Editor’s note: This story contains photos of the crash provided by attorneys. Some readers may find some of the images disturbing.
LITTLE ITALY — Parents of 16 St. Ignatius College Prep JV hockey players injured in a crash this month in Indiana are suing the truck driver who hit the players’ bus in a suspected drunken driving crash.
The lawsuit was filed in Kosciusko County, Indiana, where the Nov. 12 crash occurred.
The lawsuit alleges Victor Santos, 58, had a blood-alcohol level nearly twice the legal limit when he was driving his truck along a highway in Warsaw, Indiana. Before the crash, police were warned a semi-truck driver was swerving and speeding on a highway, local police Captain Brad Kellar said.
Santos ran a red light, crashing into a bus carrying 23 student-athletes, according to the lawsuit. The force of the crash flipped the school bus onto its side, police said at the time.
All 23 players and their two coaches were sent to a local hospital, police said. Three students were initially in critical condition.
The team was heading to its hotel from a hockey tournament in Culver, Indiana when the crash occurred, parents said at a news conference Tuesday. Many parents were at a restaurant about 15 minutes away when they received a call from one of the boys about the crash, they said.
“The phone calls started to come in and people were standing up screaming, ‘the bus rolled over the bus rolled over,'” parent Wendy Cook said. “We all just ran to the car…we tried to figure out if these boys are alive.”
Wendy Cook’s son, Alex Cook, suffered two fractured bones in his face and a concussion, and was having a seizure when rescuers pulled him from the bus, she said.
At the hospital, Alex Cook kept asking for his friend, Jack Rogers, his mother said. Jack Rogers had injuries to his pelvis, a skull fracture and several broken ribs, said Jeff Rogers, his father and head varsity coach.
The two friends were lying in the road together after being rescued from the bus, Wendy Cook said. Alex Cook described hearing Jack Rogers screaming, his mother said.
Jack Rogers is using a wheelchair and crutches, and faces a long road to recovery, Jeff Rogers said.
One student remains in the hospital, according to a news release from the Cavanagh Law Group, which is representing the parents and students behind the lawsuit. Many of the injured students are back at school but several have not been well enough to return, Jeff Rogers said.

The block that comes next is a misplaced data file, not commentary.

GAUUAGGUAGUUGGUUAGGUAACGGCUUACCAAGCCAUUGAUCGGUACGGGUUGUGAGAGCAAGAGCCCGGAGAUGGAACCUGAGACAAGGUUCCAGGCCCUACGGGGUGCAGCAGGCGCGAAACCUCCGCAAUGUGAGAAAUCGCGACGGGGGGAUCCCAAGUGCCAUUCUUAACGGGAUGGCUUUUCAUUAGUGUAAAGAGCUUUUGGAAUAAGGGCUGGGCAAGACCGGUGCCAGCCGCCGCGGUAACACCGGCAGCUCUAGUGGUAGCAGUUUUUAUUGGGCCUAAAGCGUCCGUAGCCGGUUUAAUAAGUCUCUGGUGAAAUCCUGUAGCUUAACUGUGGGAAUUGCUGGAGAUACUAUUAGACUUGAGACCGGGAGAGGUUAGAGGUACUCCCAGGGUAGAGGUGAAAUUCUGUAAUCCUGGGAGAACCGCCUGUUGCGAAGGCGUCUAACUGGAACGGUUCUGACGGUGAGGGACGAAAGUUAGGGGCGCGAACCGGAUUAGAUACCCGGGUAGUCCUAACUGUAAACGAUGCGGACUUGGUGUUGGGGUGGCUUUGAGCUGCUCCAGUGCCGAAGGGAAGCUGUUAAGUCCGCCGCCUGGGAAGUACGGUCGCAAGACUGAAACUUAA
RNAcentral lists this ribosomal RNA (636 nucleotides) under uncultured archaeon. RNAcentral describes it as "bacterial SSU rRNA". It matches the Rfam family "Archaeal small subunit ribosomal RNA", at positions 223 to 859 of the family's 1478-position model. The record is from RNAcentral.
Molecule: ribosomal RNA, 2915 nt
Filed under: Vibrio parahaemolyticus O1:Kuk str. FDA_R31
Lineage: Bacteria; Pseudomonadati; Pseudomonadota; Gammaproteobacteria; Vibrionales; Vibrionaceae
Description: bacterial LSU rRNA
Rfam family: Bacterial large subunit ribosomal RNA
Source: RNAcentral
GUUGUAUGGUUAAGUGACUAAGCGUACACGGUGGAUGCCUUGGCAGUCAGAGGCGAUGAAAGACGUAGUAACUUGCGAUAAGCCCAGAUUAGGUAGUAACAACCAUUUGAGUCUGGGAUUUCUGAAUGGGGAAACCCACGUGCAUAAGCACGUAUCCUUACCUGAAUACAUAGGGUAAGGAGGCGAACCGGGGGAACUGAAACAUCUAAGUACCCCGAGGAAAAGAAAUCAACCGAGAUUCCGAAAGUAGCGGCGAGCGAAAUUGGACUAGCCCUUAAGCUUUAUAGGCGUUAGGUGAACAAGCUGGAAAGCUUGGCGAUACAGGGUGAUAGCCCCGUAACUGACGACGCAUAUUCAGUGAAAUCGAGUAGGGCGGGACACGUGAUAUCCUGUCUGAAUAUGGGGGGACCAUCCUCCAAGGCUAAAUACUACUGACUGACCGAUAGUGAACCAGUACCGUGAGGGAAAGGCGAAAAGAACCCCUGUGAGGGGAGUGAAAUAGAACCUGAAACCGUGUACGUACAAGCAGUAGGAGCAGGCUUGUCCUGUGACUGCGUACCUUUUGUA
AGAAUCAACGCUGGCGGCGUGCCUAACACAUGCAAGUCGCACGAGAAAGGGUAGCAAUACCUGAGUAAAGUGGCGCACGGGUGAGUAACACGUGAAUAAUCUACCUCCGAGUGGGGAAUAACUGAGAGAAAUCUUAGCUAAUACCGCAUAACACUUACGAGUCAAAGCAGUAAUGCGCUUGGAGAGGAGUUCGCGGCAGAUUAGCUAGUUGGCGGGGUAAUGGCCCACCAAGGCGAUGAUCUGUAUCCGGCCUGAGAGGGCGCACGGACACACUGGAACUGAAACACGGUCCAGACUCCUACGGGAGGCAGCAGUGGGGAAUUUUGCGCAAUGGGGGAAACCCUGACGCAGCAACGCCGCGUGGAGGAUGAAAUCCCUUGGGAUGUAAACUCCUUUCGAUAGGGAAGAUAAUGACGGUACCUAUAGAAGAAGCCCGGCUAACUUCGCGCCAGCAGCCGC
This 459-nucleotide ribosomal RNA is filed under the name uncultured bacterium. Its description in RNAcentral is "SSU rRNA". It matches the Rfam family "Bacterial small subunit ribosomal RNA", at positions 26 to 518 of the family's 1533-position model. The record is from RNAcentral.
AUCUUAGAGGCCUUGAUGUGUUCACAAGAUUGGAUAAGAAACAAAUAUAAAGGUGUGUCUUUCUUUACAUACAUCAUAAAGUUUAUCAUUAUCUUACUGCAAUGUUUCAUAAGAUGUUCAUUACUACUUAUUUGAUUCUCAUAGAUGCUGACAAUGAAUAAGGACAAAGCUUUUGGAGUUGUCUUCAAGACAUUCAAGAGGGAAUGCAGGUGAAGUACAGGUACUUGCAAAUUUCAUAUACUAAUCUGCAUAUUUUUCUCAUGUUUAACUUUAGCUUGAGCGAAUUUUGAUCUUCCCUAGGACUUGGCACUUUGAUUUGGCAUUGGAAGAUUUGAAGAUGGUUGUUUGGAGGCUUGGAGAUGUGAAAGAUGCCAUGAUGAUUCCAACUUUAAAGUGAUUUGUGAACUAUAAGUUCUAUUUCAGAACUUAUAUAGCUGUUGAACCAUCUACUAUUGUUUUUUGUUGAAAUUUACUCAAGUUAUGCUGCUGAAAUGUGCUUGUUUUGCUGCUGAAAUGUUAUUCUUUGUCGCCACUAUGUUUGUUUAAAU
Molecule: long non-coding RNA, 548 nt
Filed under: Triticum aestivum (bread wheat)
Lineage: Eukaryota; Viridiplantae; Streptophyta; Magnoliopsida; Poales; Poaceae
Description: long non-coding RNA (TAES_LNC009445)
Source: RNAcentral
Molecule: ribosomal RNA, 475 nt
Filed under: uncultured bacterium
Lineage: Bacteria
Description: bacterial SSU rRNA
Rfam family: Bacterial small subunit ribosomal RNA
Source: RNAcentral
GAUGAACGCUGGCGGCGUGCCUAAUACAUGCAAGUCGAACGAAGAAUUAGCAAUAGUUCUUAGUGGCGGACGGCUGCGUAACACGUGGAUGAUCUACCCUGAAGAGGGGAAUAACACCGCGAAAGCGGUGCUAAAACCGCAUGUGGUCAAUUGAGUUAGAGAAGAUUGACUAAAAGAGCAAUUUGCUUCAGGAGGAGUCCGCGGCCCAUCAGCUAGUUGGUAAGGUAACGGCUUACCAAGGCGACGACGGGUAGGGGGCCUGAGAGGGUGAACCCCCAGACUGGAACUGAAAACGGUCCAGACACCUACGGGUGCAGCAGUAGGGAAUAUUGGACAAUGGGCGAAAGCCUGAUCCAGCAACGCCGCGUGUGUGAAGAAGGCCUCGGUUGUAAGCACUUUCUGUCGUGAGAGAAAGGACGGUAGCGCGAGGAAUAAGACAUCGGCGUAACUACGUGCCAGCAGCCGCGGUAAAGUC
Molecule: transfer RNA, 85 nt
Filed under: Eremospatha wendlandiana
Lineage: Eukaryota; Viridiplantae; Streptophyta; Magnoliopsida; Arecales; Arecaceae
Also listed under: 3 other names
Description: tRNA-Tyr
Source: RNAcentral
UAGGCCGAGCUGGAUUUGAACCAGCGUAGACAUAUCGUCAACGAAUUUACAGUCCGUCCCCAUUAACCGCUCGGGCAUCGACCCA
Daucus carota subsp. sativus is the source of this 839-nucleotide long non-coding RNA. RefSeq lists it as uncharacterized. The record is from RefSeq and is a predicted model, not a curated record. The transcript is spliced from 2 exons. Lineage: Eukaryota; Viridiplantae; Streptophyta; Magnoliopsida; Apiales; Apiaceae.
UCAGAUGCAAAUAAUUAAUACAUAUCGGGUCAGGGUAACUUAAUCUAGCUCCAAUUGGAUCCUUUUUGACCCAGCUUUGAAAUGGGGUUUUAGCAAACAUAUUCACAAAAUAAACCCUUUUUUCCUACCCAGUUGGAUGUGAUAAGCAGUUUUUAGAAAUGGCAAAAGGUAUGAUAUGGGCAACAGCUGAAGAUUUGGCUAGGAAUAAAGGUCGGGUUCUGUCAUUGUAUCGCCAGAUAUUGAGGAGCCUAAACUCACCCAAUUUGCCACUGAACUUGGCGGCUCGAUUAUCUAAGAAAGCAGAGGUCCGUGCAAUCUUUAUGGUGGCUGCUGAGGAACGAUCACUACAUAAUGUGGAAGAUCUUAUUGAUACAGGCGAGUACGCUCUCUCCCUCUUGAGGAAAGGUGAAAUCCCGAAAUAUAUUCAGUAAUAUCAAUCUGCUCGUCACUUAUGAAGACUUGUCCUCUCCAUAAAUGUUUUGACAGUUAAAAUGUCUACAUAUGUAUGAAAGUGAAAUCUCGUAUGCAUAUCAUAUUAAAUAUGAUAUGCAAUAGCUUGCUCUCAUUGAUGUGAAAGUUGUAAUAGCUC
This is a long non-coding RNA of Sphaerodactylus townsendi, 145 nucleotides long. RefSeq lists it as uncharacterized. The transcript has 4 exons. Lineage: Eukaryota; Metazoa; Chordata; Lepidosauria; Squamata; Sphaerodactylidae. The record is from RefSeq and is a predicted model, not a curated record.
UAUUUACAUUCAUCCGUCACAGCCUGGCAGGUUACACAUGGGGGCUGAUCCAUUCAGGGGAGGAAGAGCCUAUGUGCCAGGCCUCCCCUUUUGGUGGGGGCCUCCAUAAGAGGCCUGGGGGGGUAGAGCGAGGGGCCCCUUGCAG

Police charged Santos with four counts of causing serious bodily harm while operating a vehicle and 22 counts of criminal recklessness. His bond was set for $75,000, according to police.
The lawsuit names Santos and trucking companies N&V Trucking Express, B&W Cartage Company, Inc., B&W Cartage, Inc. and B&W Cartage International, Inc. as defendants.
Representatives from N&V Trucking Express declined to comment. Attempts to reach parent company B&W Interstate were unsuccessful.
Santos was previously charged in Indiana with failure to comply with federal motor carrier safety regulations and failure to register under the unified carrier registration system, attorneys said.
“He never should have been on the road, much less hired to be behind the wheel of a semi-tractor trailer,” attorney Timothy Cavanagh said in a statement. “Santos and the trucking companies must be held responsible for the egregious conduct that has left these young men with lifelong physical and emotional injuries.”
Family members and attorneys plan to attend a Jan. 9 court hearing in Indiana to show support for the prosecutor assigned to the criminal case. Attorneys at Cavanagh Law Group say they’ve been told that Santos is attempting to reduce his bond and should have more information in the coming days.
Parents at Tuesday’s press conference said they want to see Santos behind bars “for a very long time.”
“I would never want to see that man out of jail or would I ever want to see him behind the wheel of any vehicle,” mother Eileen Murphy said.
Parents have been trying to let the boys spend as much time together as possible to process their emotions resulting from the accident, they said Tuesday.
The team recently held a practice where about nine of the players participated, parents said. Those who could not skate still gathered for a sense of normalcy over pizza and conversation, parents said.
“One of the hardest things for me was seeing boys, who are these tough boys, hug each other and tell each other they love each other for days after the accident … all they wanted to do was be together,” Wendy Cook said.
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